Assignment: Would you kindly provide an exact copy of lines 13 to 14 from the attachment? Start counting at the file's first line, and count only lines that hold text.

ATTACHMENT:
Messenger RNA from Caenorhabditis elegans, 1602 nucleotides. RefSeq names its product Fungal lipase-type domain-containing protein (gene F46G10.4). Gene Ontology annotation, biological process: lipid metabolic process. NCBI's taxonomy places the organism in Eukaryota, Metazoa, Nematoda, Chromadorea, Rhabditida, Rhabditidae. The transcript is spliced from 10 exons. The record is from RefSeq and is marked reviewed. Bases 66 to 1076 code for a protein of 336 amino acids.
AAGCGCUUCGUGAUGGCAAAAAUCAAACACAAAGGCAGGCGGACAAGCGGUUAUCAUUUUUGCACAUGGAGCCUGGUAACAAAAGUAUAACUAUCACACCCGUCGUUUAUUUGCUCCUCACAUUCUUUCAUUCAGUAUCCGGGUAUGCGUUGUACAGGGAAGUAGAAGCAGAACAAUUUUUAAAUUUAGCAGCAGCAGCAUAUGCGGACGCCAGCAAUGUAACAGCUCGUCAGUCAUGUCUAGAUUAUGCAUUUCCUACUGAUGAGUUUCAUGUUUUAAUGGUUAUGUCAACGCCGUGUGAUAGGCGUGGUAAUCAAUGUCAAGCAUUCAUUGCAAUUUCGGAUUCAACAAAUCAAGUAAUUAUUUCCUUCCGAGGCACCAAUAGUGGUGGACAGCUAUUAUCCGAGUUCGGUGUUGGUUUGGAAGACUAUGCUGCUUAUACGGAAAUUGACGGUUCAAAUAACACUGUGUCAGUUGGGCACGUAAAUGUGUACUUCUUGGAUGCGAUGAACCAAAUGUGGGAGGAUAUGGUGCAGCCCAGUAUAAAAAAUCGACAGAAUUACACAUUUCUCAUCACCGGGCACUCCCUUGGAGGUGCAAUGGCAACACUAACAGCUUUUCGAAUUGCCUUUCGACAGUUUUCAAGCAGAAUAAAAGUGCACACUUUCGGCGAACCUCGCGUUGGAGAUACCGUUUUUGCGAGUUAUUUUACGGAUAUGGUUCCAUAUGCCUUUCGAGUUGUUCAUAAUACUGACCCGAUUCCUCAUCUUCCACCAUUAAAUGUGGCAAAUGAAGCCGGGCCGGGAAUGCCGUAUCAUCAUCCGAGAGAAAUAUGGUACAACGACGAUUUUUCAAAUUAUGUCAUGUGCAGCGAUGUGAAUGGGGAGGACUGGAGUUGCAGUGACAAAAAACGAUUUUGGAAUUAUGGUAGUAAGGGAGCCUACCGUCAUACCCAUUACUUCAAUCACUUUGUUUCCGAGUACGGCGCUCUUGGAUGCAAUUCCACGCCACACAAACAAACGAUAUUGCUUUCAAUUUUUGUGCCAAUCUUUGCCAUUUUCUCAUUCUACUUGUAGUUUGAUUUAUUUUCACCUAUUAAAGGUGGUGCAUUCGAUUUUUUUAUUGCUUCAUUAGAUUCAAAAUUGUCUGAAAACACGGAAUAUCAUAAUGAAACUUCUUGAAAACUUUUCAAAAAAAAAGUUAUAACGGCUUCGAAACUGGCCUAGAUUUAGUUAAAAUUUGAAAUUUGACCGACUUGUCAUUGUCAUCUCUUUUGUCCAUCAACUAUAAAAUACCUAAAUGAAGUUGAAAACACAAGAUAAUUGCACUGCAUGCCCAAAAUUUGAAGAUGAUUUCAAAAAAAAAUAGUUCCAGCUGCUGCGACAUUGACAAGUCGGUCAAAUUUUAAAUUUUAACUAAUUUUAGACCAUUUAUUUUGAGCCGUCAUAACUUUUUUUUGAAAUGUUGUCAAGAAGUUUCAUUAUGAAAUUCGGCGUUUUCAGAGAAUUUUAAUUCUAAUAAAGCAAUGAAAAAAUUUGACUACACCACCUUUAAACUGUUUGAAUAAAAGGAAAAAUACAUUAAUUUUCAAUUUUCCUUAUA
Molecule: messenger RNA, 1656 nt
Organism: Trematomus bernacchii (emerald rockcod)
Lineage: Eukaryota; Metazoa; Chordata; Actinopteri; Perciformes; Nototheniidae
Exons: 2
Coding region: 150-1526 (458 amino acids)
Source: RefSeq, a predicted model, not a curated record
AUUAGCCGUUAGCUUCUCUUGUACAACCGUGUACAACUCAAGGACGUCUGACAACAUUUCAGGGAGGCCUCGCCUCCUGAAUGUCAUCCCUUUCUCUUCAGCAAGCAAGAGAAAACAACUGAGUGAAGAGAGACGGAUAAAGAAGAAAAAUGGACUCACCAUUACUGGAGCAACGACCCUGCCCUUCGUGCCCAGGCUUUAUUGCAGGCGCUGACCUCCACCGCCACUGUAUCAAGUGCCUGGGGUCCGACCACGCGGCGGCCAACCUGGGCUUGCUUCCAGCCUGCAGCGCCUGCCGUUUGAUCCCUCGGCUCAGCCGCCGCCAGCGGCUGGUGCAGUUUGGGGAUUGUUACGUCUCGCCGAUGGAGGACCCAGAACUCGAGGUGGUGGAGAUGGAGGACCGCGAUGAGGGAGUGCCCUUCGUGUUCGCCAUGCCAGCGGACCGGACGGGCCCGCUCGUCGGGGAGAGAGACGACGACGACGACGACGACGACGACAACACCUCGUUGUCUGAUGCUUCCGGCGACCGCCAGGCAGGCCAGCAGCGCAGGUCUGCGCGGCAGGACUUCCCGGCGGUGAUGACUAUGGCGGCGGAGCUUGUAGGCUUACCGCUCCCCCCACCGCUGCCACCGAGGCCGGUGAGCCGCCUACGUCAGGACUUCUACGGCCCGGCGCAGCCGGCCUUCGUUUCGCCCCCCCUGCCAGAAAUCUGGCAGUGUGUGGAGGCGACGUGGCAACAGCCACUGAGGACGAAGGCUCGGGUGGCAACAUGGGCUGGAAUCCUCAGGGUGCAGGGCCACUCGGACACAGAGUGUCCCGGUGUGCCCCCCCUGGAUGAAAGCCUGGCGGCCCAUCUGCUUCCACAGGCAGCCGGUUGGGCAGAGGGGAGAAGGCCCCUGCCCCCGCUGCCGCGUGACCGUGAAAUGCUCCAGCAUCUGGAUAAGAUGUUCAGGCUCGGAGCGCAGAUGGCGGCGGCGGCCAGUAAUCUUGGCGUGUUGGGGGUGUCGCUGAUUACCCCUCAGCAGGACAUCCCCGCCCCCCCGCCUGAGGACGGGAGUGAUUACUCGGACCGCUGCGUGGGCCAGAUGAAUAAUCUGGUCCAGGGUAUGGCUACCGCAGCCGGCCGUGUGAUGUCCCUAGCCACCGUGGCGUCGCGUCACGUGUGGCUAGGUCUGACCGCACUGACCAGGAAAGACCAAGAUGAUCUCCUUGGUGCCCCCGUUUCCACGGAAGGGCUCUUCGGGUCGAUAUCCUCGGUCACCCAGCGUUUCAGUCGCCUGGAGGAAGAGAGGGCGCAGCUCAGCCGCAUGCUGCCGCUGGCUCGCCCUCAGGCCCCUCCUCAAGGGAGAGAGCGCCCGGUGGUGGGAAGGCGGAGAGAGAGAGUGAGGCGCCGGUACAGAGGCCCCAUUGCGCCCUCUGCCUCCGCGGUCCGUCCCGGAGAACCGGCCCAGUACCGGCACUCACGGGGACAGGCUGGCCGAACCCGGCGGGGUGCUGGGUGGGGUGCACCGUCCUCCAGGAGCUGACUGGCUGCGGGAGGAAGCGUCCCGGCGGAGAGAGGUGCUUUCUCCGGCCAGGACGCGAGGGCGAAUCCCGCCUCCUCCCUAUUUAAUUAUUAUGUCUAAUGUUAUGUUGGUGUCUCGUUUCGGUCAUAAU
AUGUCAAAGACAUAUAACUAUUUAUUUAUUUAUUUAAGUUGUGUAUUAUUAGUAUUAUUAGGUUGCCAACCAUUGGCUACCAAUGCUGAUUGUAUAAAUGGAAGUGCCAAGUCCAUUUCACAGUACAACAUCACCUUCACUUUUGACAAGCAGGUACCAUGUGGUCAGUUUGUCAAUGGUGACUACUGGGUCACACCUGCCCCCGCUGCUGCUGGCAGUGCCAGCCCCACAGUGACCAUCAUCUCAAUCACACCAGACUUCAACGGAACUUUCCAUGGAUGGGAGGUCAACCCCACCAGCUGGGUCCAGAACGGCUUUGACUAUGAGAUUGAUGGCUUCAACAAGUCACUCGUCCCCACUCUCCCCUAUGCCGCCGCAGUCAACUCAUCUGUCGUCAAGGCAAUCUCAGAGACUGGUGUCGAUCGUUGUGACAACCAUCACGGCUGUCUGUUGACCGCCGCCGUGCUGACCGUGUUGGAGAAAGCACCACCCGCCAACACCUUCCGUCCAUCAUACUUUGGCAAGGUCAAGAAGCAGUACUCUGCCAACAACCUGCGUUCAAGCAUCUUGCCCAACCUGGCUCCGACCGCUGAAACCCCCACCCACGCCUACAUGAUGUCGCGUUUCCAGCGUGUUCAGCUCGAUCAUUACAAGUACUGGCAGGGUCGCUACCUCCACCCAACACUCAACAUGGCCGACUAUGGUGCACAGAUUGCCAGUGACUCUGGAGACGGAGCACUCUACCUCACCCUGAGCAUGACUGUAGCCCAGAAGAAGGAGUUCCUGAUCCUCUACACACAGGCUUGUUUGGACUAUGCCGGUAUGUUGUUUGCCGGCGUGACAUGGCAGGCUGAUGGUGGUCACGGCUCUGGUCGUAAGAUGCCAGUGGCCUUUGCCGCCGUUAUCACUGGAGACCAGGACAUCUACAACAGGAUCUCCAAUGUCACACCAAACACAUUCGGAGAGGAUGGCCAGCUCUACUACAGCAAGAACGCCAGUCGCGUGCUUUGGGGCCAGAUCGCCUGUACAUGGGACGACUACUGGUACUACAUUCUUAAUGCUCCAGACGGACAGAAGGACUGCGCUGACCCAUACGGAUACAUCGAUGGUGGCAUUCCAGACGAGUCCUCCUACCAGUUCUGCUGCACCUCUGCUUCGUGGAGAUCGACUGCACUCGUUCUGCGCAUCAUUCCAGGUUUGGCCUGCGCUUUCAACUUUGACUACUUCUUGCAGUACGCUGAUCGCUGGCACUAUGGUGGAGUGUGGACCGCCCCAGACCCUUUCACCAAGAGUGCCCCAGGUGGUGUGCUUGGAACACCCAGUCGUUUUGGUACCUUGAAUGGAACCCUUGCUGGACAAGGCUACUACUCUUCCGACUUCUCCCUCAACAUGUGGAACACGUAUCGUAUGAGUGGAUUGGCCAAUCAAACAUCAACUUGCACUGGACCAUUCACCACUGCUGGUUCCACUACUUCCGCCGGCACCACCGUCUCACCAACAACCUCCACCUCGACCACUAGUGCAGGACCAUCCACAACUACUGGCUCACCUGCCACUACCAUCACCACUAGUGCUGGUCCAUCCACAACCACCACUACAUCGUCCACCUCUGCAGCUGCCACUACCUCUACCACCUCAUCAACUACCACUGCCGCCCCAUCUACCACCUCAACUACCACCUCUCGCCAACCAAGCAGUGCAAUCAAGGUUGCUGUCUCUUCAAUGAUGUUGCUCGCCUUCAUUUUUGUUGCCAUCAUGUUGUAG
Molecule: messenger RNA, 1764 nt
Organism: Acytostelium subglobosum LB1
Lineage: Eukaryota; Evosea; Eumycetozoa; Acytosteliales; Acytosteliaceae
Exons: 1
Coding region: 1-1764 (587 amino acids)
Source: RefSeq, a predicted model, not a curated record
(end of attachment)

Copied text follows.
Lineage: Eukaryota; Evosea; Eumycetozoa; Acytosteliales; Acytosteliaceae
Exons: 1